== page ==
The U.S. Environmental Protection Agency (EPA) Energy Star program has promoted programmable thermostats since 1995, estimating that consumers will save 10%-30% on their heating and cooling energy bills. Consumers who can accurately predict when they will be home, and who find it difficult to remember to set up their thermostat in the summer or set back their thermostat in the winter manually, can save energy with a programmable thermostat.

With sales of programmable thermostats doubling in the last ten years, and with more than 25 million programmable thermostats installed in homes, the potential energy savings are enormous. But it appears that those savings have remained largely unrealized.

Now Energy Star plans to stop certifying programmable thermostats. The results of this decision may be far-reaching. For example, programs such as Energy Star Homes, which recognizes homes that are especially energy efficient, will no longer be able to award points for programmable thermostats. Why stop certifying? Energy Star examined several studies covering a wide geography and a variety of climates, that compared the energy use of homes with programmable thermostats to the energy use of homes without them. It found that there was no statistical difference in savings between the two groups.

Jill Abelson, a communications manager at EPA, offers some insight. Her research shows that consumers find programmable thermostats too complicated, or they override the default savings mode on the thermostats. Once the default setting has been overridden, they forget to return to it.

The California Energy Commission (CEC) has included programmable thermostats as a requirement in the California Title 24 building standards since the early 1980s. The commission is currently considering a requirement for programmable communicating thermostats in the next update of the standards.

Communicating thermostats connect the home to the power grid and can automatically set up thermostats a preprogrammed amount in the summer when the utility signals a critical peak emergency or pricing event. This will allow California utilities to reduce demand during peak demand periods, relieve the strain on overworked power grids, and reduce the use of expensive “peaker” power plants, which only start up during power shortages and tend to be older, dirtier power plants.

But how will consumers respond to losing some control over their thermostats? At least, having the utility turn up your thermostat during hot summer days when you are not home will save you some money.

To many people, this handing over control seems a little too big brother-ish. What do you think? And given the reality that soon you will have a thermostat in your home that connects you to the utility, are there other ways you can:

… while you maintain your autonomy?

Jim Gunshinan is Managing Editor of Home Energy Magazine. He holds an M.S. in Bioengineering from Pennsylvania State University, State College, Pennsylvania, and a Master of Divinity (MDiv) degree from University of Notre Dame.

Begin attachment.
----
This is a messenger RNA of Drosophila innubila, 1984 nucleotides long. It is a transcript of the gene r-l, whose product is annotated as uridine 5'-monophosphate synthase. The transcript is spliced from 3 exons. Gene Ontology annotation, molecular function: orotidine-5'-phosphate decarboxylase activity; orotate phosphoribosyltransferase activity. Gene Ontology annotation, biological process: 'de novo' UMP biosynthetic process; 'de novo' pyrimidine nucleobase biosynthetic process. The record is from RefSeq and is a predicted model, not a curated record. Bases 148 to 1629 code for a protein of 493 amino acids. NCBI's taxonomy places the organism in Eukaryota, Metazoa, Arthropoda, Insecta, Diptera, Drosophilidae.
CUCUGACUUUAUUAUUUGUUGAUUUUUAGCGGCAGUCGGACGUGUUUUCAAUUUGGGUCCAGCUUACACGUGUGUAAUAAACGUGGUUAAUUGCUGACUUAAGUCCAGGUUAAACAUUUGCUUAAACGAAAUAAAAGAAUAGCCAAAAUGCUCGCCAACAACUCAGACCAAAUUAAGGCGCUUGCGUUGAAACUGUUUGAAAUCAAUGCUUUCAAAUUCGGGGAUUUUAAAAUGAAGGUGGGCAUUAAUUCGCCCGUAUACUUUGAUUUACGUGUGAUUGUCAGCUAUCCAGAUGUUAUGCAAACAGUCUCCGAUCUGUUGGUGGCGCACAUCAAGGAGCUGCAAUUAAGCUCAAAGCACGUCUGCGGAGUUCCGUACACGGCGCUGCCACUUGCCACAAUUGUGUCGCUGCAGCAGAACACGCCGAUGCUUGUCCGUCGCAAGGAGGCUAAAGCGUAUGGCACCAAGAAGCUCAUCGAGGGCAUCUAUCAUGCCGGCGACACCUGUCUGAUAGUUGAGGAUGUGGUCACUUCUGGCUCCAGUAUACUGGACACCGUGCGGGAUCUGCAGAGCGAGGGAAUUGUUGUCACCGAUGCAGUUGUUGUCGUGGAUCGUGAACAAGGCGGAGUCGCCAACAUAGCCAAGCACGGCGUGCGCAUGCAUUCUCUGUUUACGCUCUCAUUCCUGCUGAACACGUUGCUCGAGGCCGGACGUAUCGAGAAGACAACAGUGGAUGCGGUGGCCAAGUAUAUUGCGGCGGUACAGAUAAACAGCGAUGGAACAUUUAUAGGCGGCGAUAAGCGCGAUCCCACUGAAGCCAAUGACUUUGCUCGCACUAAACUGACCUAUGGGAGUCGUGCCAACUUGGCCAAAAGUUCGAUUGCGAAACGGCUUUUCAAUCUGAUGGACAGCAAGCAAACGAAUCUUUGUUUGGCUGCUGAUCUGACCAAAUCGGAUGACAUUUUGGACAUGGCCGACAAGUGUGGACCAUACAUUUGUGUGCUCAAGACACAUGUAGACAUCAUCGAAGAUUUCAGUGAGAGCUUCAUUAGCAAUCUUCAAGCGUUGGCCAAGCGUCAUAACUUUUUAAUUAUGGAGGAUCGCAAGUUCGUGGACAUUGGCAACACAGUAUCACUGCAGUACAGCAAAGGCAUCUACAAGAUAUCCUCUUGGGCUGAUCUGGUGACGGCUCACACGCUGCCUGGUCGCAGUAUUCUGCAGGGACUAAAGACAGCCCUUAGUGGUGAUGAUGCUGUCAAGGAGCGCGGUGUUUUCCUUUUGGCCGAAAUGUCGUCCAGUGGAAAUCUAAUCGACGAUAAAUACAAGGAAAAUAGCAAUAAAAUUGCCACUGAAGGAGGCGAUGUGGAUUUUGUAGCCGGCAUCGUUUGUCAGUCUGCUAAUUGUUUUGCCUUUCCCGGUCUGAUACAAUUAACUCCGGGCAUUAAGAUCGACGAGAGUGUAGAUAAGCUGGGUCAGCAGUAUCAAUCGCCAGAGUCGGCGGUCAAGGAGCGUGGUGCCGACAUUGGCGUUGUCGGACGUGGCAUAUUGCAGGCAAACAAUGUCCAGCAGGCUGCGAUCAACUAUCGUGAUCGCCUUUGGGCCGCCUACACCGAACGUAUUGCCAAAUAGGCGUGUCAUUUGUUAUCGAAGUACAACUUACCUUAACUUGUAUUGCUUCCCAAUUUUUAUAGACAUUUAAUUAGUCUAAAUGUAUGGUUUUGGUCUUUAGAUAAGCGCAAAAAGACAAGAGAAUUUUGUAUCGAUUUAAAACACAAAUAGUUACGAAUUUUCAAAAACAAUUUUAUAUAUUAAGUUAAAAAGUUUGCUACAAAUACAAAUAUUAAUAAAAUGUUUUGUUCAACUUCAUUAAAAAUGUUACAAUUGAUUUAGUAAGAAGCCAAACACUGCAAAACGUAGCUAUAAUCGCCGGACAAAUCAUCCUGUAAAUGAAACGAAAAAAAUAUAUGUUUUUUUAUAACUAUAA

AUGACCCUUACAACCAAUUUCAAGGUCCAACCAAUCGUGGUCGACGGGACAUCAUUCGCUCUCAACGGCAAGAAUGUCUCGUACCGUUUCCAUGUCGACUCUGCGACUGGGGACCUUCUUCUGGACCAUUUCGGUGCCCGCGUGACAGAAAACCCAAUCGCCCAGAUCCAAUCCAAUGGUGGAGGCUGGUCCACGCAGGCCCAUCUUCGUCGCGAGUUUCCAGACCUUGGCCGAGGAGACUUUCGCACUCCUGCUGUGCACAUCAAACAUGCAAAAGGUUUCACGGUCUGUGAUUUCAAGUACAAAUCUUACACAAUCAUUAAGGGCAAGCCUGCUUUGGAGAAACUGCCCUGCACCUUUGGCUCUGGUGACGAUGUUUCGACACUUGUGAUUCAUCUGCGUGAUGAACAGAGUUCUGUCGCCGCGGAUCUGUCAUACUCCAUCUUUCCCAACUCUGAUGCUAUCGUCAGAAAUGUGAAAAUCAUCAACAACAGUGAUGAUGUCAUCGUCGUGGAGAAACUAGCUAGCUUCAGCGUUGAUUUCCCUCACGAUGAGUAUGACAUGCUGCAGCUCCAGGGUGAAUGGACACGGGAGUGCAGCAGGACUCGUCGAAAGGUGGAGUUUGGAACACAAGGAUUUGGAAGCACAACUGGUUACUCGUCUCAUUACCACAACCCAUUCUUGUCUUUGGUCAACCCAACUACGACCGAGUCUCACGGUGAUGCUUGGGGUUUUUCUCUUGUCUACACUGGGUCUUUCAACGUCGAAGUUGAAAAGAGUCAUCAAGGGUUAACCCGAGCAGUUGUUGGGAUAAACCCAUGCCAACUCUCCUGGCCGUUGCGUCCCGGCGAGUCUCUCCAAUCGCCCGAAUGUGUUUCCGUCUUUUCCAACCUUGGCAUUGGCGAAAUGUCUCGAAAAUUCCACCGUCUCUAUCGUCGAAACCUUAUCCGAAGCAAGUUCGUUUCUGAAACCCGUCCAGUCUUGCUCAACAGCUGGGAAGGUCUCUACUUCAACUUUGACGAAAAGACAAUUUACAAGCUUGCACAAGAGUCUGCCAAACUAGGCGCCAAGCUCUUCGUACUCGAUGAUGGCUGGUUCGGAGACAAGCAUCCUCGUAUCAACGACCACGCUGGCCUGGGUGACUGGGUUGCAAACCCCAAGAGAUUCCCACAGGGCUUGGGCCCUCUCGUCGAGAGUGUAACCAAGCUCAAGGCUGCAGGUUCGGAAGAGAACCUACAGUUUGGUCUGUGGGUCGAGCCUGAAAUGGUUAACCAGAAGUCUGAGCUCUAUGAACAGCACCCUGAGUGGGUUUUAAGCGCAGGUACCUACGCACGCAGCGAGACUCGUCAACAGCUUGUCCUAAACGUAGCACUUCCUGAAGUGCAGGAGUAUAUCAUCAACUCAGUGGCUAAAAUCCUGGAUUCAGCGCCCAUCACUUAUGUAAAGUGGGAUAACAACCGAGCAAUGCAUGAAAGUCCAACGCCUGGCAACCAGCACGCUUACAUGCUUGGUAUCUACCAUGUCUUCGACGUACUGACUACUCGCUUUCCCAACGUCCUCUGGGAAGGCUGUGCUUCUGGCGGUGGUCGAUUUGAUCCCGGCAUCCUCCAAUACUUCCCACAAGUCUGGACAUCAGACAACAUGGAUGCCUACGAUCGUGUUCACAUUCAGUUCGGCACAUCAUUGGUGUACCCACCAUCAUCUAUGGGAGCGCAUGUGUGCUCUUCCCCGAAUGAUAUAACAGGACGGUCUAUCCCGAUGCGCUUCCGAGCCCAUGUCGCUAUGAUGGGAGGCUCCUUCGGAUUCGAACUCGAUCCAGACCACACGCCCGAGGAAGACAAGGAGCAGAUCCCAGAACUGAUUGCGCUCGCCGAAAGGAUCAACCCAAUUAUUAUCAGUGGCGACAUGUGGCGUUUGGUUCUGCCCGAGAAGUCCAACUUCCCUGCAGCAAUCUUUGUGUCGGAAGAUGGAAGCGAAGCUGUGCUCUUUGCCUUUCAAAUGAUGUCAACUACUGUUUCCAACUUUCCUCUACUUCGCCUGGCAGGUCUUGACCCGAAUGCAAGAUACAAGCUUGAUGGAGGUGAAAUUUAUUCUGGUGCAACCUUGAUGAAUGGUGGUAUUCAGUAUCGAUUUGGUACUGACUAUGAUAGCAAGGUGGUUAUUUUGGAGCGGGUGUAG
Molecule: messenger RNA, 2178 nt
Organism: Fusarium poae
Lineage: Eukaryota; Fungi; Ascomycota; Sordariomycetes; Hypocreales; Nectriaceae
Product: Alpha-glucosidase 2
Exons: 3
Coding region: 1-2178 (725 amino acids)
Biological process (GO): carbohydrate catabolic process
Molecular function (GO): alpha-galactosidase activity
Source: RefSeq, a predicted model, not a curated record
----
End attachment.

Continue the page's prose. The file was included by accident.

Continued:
Who controls your thermostat? 30 April,2013Jim Gunshinan

  • Hmm… Depending on how this is done, I’d think we might actually have a 3rd amendment issue. So far this has been a very rare problem (the case law on the 3rd amendment is microscopic) but it really does change once you enter the realm of agents of the state that are not flesh and blood but rather machines. If we’re going to have penumbras and emanations, might as well do it for the 3rd amendment too. There’s an important principle to defend (or maybe re-establish) that the home is a no-go area for the state in the normal course of affairs.

  • Joseph Somsel

    I just did an article on the subject:

    I think its a bad idea. First the state CREATES the problem by making it so difficult to build new power plants then increases its power over us by attempting to mitigate the power they created.

    Why not just build more nuclear power plants to run the grid and meet demand? We only had these problems under the regulated electric system when growth spurts increased demand faster than power plants could be built.

    Plus, the specifications for PCTs is so broad that opportunities for further invasion of your control abound. In other words, it’s just the beginning.

  • Yohan Smythe III

    What if you work odd hours and are home during the daytime and need it to be cooler while you are home??? Or elderly, retired, and cannot take it if they turn it up to 85 degrees?

    Mandated ?? NO!! Optional – yes. We currently have this is Florida for your hot water heater and pool pump – and you get a credit each month on your bill for participating.

    Doing this on air conditioning is a bad idea.

  • Pingback: Who Controls Your Thermostat? Part 2 | QUEST Community Science Blog - KQED()


Jim Gunshinan

Jim Gunshinan is the editor of Home Energy, the magazine of sustainable home building and renovation.

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